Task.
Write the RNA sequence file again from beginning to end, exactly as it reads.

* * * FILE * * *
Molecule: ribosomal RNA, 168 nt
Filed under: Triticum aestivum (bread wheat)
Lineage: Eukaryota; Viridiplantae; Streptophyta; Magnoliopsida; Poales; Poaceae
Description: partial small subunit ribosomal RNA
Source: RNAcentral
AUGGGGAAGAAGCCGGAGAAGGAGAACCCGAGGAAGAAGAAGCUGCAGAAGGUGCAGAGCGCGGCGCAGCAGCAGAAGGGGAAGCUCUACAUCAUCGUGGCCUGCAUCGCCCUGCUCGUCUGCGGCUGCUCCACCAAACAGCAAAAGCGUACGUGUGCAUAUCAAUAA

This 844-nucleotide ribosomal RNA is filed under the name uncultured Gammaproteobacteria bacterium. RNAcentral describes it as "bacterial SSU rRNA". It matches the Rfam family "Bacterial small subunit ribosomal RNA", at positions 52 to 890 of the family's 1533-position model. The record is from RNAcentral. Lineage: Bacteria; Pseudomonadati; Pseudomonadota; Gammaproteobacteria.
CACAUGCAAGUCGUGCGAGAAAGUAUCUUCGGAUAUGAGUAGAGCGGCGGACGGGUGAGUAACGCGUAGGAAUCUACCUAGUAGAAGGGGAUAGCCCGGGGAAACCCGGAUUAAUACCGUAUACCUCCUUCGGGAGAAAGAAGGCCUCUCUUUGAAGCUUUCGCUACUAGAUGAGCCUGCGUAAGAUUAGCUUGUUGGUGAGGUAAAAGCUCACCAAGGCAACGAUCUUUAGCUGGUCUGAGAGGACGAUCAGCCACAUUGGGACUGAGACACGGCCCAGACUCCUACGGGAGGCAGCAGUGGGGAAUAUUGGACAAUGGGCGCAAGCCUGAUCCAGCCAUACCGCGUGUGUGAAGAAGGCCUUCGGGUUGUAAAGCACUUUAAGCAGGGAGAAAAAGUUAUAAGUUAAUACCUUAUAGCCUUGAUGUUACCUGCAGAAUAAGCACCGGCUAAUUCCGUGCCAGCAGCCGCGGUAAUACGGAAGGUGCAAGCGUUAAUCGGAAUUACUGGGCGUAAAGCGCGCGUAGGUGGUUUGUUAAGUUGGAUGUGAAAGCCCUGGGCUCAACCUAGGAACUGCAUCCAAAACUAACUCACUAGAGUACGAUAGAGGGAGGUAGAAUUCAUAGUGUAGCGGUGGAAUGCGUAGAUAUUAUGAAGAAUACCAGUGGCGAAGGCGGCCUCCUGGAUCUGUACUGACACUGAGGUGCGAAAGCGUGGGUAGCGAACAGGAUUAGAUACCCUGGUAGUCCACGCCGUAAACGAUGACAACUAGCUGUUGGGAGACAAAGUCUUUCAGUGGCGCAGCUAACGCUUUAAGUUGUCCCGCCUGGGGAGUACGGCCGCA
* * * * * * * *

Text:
Molecule: ribosomal RNA, 168 nt
Filed under: Triticum aestivum (bread wheat)
Lineage: Eukaryota; Viridiplantae; Streptophyta; Magnoliopsida; Poales; Poaceae
Description: partial small subunit ribosomal RNA
Source: RNAcentral
AUGGGGAAGAAGCCGGAGAAGGAGAACCCGAGGAAGAAGAAGCUGCAGAAGGUGCAGAGCGCGGCGCAGCAGCAGAAGGGGAAGCUCUACAUCAUCGUGGCCUGCAUCGCCCUGCUCGUCUGCGGCUGCUCCACCAAACAGCAAAAGCGUACGUGUGCAUAUCAAUAA

This 844-nucleotide ribosomal RNA is filed under the name uncultured Gammaproteobacteria bacterium. RNAcentral describes it as "bacterial SSU rRNA". It matches the Rfam family "Bacterial small subunit ribosomal RNA", at positions 52 to 890 of the family's 1533-position model. The record is from RNAcentral. Lineage: Bacteria; Pseudomonadati; Pseudomonadota; Gammaproteobacteria.
CACAUGCAAGUCGUGCGAGAAAGUAUCUUCGGAUAUGAGUAGAGCGGCGGACGGGUGAGUAACGCGUAGGAAUCUACCUAGUAGAAGGGGAUAGCCCGGGGAAACCCGGAUUAAUACCGUAUACCUCCUUCGGGAGAAAGAAGGCCUCUCUUUGAAGCUUUCGCUACUAGAUGAGCCUGCGUAAGAUUAGCUUGUUGGUGAGGUAAAAGCUCACCAAGGCAACGAUCUUUAGCUGGUCUGAGAGGACGAUCAGCCACAUUGGGACUGAGACACGGCCCAGACUCCUACGGGAGGCAGCAGUGGGGAAUAUUGGACAAUGGGCGCAAGCCUGAUCCAGCCAUACCGCGUGUGUGAAGAAGGCCUUCGGGUUGUAAAGCACUUUAAGCAGGGAGAAAAAGUUAUAAGUUAAUACCUUAUAGCCUUGAUGUUACCUGCAGAAUAAGCACCGGCUAAUUCCGUGCCAGCAGCCGCGGUAAUACGGAAGGUGCAAGCGUUAAUCGGAAUUACUGGGCGUAAAGCGCGCGUAGGUGGUUUGUUAAGUUGGAUGUGAAAGCCCUGGGCUCAACCUAGGAACUGCAUCCAAAACUAACUCACUAGAGUACGAUAGAGGGAGGUAGAAUUCAUAGUGUAGCGGUGGAAUGCGUAGAUAUUAUGAAGAAUACCAGUGGCGAAGGCGGCCUCCUGGAUCUGUACUGACACUGAGGUGCGAAAGCGUGGGUAGCGAACAGGAUUAGAUACCCUGGUAGUCCACGCCGUAAACGAUGACAACUAGCUGUUGGGAGACAAAGUCUUUCAGUGGCGCAGCUAACGCUUUAAGUUGUCCCGCCUGGGGAGUACGGCCGCA